Some feedback from participants
Number One: from Charanjit Ajitsingh
This is a short report of my reflections about the congress. There were 700 people who attended the conference, a big delegation from Japan, more than 200 young people and a significant presence of women which was heartening. I managed to attend the following events:-
Inaugural ceremony including Dalai Lama’s speech on 4th September
Circle groups on day 2 and 3
Plenary 1 Role of Religion in promoting human rights and Plenary workshop 1
Part of the General meeting
Workshop on Women as agents of Social change
Europe and the Middle East Chapter meeting
Plenary 2 on Science and Religion and Plenary workshop 2
Workshop on health and healing
Led Sikh worship on 7th morning
Plenary 3 on Hindus , Muslims and Christians: How can they live together in India and Plenary workshop 3
Chapter Workshop presentation
Final session on Peace Action:Gandhian Strategies & Children’s Theatre and
The closing ceremony
I also attended part of cultural programmes. We also had the opportunity to attend an Interfaith Iftar service and meal at the local cultural centre.
It was also good to meet people informally especially young people from Afghanistan and of Tibetan origin and those studying Chennai and Bangalore who were happy to be at the congress. They shared their aspirations and concerns quite openly when they felt that they would be listened to and their opinions will be valued.
Highlights for me were
- The inauguration ceremony with the performance of the Japanese yoga group, the Japanese choir, prayers from 9 faith traditions and the Chennai folk girls dance
- The speech on compassion by Dalai Lama. He talked about the development and of religious belief in humanity over a longer timescale of 3000 to 4000 years. He said that when things are beyond our control belief in a higher being’ God or Buddha gives hope and inspiration. He said that the development of science and technology over the last two hundred years brings us immediately what we want. In 20 th century technology brought a lot of destruction, 200 million killed. He reiterated that material development does not bring inner peace and his message was of compassion for all on this planet. He said the basis of genuine harmony is to ‘keep your own faith and respect the other tradition, otherwise there is conflict in the name of religion. He expressed the wish that the 21 st century should be the century of Dharma in which the values of love and compassion and mutual respect are fostered.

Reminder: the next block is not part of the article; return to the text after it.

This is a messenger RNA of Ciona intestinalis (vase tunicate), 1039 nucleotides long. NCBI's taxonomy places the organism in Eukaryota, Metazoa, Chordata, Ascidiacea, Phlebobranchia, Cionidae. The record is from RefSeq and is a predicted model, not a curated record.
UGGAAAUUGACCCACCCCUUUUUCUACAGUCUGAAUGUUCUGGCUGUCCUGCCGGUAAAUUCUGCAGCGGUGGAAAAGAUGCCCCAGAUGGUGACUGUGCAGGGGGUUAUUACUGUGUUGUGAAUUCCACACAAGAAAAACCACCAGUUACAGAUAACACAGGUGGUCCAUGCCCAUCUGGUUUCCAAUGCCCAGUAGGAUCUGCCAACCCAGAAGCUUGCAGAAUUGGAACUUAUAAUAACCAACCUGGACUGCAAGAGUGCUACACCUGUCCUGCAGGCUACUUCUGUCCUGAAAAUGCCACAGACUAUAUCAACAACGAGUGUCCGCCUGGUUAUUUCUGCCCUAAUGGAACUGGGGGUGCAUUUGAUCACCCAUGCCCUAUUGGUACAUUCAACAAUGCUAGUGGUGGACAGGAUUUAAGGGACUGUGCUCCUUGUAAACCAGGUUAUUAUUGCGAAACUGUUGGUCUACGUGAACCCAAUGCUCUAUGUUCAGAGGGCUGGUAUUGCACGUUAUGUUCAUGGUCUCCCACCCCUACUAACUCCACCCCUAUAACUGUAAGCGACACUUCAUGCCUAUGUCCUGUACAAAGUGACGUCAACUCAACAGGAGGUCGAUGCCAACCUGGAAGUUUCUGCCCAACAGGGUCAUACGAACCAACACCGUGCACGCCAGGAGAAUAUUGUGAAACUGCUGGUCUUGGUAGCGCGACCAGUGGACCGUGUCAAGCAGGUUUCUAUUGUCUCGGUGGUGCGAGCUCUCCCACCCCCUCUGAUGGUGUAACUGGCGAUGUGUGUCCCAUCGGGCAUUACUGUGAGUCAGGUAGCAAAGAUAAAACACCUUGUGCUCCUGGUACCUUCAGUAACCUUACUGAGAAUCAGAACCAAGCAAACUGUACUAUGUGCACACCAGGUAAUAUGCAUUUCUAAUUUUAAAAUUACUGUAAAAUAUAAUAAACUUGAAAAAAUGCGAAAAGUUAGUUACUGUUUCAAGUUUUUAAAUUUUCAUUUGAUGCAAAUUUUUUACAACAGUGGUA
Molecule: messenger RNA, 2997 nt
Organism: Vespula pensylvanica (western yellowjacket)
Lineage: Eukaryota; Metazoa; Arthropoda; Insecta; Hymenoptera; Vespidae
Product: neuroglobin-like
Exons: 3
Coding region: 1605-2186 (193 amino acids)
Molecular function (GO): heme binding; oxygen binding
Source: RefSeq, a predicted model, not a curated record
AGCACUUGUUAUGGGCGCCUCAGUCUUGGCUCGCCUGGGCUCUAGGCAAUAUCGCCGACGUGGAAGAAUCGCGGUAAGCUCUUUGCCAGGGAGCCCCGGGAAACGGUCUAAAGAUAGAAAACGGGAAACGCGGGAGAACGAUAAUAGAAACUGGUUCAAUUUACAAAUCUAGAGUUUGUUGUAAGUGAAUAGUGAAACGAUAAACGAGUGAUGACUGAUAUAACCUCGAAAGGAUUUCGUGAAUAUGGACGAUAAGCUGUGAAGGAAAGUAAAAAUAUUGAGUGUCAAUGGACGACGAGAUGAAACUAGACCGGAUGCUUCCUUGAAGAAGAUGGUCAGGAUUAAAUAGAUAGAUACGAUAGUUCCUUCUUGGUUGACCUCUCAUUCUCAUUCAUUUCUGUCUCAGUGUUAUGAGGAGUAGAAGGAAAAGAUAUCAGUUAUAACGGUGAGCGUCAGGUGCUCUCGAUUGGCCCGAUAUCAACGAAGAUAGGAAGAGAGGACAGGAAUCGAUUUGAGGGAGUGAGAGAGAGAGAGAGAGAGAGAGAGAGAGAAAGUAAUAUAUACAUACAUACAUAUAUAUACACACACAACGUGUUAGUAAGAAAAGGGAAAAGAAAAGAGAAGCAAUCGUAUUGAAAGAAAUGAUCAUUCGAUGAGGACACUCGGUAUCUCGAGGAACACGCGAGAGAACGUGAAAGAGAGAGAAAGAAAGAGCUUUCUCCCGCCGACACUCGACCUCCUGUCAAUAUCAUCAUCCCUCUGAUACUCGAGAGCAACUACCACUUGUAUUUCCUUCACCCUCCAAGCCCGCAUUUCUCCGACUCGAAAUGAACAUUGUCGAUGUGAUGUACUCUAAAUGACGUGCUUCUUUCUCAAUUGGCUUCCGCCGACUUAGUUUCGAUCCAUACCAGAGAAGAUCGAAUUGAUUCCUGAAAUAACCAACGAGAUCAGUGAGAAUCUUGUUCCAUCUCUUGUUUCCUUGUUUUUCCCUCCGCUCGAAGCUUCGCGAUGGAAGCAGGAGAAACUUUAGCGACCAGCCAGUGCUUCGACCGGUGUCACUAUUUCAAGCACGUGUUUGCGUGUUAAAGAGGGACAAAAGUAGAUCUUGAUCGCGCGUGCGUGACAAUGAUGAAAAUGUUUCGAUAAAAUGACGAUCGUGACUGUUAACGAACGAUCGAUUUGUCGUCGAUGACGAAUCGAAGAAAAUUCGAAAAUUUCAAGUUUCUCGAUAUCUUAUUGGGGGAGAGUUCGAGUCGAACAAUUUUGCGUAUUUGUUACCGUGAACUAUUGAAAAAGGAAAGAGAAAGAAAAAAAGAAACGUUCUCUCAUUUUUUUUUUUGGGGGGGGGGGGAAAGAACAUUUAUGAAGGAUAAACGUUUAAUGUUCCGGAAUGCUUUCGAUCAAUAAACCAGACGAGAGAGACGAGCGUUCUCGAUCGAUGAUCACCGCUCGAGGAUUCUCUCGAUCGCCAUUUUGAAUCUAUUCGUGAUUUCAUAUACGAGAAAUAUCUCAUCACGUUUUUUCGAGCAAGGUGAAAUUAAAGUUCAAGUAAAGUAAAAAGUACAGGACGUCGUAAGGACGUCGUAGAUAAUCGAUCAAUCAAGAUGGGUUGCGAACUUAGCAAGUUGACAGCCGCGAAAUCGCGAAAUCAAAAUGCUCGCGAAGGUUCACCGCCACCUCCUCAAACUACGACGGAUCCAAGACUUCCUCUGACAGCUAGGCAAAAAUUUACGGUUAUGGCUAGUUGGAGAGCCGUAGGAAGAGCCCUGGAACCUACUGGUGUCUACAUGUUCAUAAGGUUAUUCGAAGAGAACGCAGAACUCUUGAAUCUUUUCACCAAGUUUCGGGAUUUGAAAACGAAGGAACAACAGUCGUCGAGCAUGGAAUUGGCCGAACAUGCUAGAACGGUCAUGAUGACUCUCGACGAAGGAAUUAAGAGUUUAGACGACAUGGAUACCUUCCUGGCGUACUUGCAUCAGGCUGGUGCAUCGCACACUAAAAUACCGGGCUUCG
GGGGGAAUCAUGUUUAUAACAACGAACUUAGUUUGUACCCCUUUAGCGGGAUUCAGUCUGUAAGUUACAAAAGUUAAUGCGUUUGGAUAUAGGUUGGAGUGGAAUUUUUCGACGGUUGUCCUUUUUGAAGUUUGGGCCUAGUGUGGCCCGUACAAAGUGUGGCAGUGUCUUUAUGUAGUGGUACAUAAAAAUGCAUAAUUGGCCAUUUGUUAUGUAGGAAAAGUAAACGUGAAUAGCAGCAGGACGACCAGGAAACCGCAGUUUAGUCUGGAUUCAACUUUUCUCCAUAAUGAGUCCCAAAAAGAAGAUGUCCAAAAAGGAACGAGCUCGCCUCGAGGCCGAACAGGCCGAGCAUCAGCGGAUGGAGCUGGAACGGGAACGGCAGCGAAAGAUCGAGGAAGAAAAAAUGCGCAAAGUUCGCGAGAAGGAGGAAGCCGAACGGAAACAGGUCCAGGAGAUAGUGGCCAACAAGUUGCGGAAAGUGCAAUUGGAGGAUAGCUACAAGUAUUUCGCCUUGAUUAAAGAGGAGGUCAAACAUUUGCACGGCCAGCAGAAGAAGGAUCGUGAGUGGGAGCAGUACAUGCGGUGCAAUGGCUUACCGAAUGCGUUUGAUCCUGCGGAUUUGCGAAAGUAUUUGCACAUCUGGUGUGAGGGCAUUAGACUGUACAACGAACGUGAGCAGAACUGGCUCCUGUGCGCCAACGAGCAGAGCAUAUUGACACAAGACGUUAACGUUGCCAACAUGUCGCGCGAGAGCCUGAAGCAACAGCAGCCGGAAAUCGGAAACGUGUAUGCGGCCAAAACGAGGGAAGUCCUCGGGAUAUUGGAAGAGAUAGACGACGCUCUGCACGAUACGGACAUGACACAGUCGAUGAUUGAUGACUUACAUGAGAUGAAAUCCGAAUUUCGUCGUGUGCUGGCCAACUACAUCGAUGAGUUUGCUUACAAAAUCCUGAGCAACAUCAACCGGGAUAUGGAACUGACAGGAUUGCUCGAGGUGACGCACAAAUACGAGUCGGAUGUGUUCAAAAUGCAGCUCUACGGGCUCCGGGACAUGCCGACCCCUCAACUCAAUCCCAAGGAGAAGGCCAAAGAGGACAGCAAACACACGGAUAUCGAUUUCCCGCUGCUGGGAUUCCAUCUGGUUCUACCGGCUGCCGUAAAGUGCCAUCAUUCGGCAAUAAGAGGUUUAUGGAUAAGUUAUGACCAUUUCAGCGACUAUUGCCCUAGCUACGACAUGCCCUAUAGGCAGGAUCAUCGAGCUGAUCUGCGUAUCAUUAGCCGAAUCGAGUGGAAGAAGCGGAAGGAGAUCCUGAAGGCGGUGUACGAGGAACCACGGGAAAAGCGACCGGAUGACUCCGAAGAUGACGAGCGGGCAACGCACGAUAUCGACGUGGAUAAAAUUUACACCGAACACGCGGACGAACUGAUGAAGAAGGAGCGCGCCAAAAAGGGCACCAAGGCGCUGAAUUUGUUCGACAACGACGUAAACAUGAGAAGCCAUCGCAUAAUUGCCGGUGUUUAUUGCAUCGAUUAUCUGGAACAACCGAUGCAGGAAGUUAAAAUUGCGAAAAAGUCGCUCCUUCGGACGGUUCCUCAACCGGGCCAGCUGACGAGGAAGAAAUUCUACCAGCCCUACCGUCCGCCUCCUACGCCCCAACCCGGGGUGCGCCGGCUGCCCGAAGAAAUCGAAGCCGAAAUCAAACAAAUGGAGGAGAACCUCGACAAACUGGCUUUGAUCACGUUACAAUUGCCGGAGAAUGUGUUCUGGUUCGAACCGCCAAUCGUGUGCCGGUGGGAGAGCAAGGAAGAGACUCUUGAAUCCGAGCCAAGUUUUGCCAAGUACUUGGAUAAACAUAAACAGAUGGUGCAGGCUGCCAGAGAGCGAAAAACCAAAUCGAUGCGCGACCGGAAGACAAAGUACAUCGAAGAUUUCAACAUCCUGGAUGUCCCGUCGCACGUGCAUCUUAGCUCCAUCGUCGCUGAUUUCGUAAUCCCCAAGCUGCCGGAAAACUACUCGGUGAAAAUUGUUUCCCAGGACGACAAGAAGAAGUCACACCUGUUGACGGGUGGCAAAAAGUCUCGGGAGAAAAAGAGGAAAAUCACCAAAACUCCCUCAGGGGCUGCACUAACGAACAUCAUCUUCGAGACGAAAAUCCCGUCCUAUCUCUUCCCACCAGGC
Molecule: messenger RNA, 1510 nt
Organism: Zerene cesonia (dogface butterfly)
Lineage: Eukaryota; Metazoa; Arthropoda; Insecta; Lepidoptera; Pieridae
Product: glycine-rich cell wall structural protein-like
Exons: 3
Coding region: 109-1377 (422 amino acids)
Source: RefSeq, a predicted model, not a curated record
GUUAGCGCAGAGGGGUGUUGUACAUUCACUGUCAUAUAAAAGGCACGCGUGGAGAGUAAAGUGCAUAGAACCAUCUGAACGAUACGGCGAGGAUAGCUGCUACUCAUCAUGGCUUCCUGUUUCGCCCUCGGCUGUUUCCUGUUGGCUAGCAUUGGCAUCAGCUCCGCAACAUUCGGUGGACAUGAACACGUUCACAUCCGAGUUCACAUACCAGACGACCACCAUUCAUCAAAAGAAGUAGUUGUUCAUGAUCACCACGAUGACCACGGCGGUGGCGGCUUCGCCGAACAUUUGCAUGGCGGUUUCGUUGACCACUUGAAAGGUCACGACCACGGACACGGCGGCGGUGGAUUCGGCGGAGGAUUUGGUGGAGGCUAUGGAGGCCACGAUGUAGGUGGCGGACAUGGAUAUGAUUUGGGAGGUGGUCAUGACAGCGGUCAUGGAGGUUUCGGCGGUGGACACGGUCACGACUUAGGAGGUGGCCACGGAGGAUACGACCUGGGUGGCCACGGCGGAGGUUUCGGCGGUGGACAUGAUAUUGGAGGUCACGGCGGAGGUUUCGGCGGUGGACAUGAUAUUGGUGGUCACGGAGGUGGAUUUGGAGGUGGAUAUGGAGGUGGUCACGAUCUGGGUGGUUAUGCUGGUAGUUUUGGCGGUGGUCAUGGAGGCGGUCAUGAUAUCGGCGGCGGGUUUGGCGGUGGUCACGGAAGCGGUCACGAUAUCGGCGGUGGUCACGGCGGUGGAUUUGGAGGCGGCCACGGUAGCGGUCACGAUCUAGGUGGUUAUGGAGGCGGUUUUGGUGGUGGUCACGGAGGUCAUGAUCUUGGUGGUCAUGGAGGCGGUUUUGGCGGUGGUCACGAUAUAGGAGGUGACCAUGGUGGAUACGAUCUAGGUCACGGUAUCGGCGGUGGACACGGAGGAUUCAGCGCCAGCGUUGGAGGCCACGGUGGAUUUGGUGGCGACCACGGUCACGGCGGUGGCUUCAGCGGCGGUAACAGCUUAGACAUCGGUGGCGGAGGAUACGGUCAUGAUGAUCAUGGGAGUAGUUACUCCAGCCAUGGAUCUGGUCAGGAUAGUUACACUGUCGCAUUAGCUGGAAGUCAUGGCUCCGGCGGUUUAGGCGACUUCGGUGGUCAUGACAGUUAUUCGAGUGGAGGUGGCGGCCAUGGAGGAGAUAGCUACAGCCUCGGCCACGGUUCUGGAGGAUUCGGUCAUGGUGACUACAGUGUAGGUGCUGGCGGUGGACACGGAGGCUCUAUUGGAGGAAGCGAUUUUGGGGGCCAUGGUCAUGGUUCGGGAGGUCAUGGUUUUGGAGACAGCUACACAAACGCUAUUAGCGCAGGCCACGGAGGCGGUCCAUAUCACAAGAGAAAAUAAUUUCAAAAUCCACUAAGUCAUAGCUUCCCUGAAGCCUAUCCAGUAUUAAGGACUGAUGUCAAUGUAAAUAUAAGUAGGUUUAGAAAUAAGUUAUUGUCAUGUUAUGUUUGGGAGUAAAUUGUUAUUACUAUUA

- The session on the role of religion in promoting human rights in which Swami Agnivesh, Indian human rights activist, Revd Peter Moraes and Mrs Marzia Rawhani, a human rights lawyer participated. Each of them brought their own perspective on the promotion of human rights but I was particularly struck by Mrs Rawhani’s research and how she made the link with the Universal Declaration of Human Rights and religion, religion being the root of human motivation which enables us to embrace the higher notions of justice. She highlighted the religious persecution of the Bahai community in Iran, a community that refuses to consider themselves as victims but reach out to others with love and compassion
- The session on science and religion was equally inspiring with three very different contributions by Dr TP Srinivasan, Swami Jithamananada Maharaj , Revd Abhi Janamachi and Dr Steven Leeper. Dr Leeper gave the practical examples of creating a culture of non-violence and for the elimination of nuclear weapons. He mentioned the work of Hiroshima peace culture Foundation and Hiroshima memorial services in different parts of the world in August. ‘Mayors of Peace’ a campaigning organisation was also mentioned. The Swami made a connection between science and religion and gave examples from the Vedic times from Upanishads of ‘the finite in the Infinite.’ He said, ‘In 1981 science got shattered and fell at the feet of prayer. Thought is the most powerful thing in the world, Thought can cascade the body. He laid stress on basic oneness of existence and interconnectedness of holistic universe. Interiorisation of God is important which can be achieved through the recitation of Aum. He ended with engaging the audience in recitation which was quite inspirational.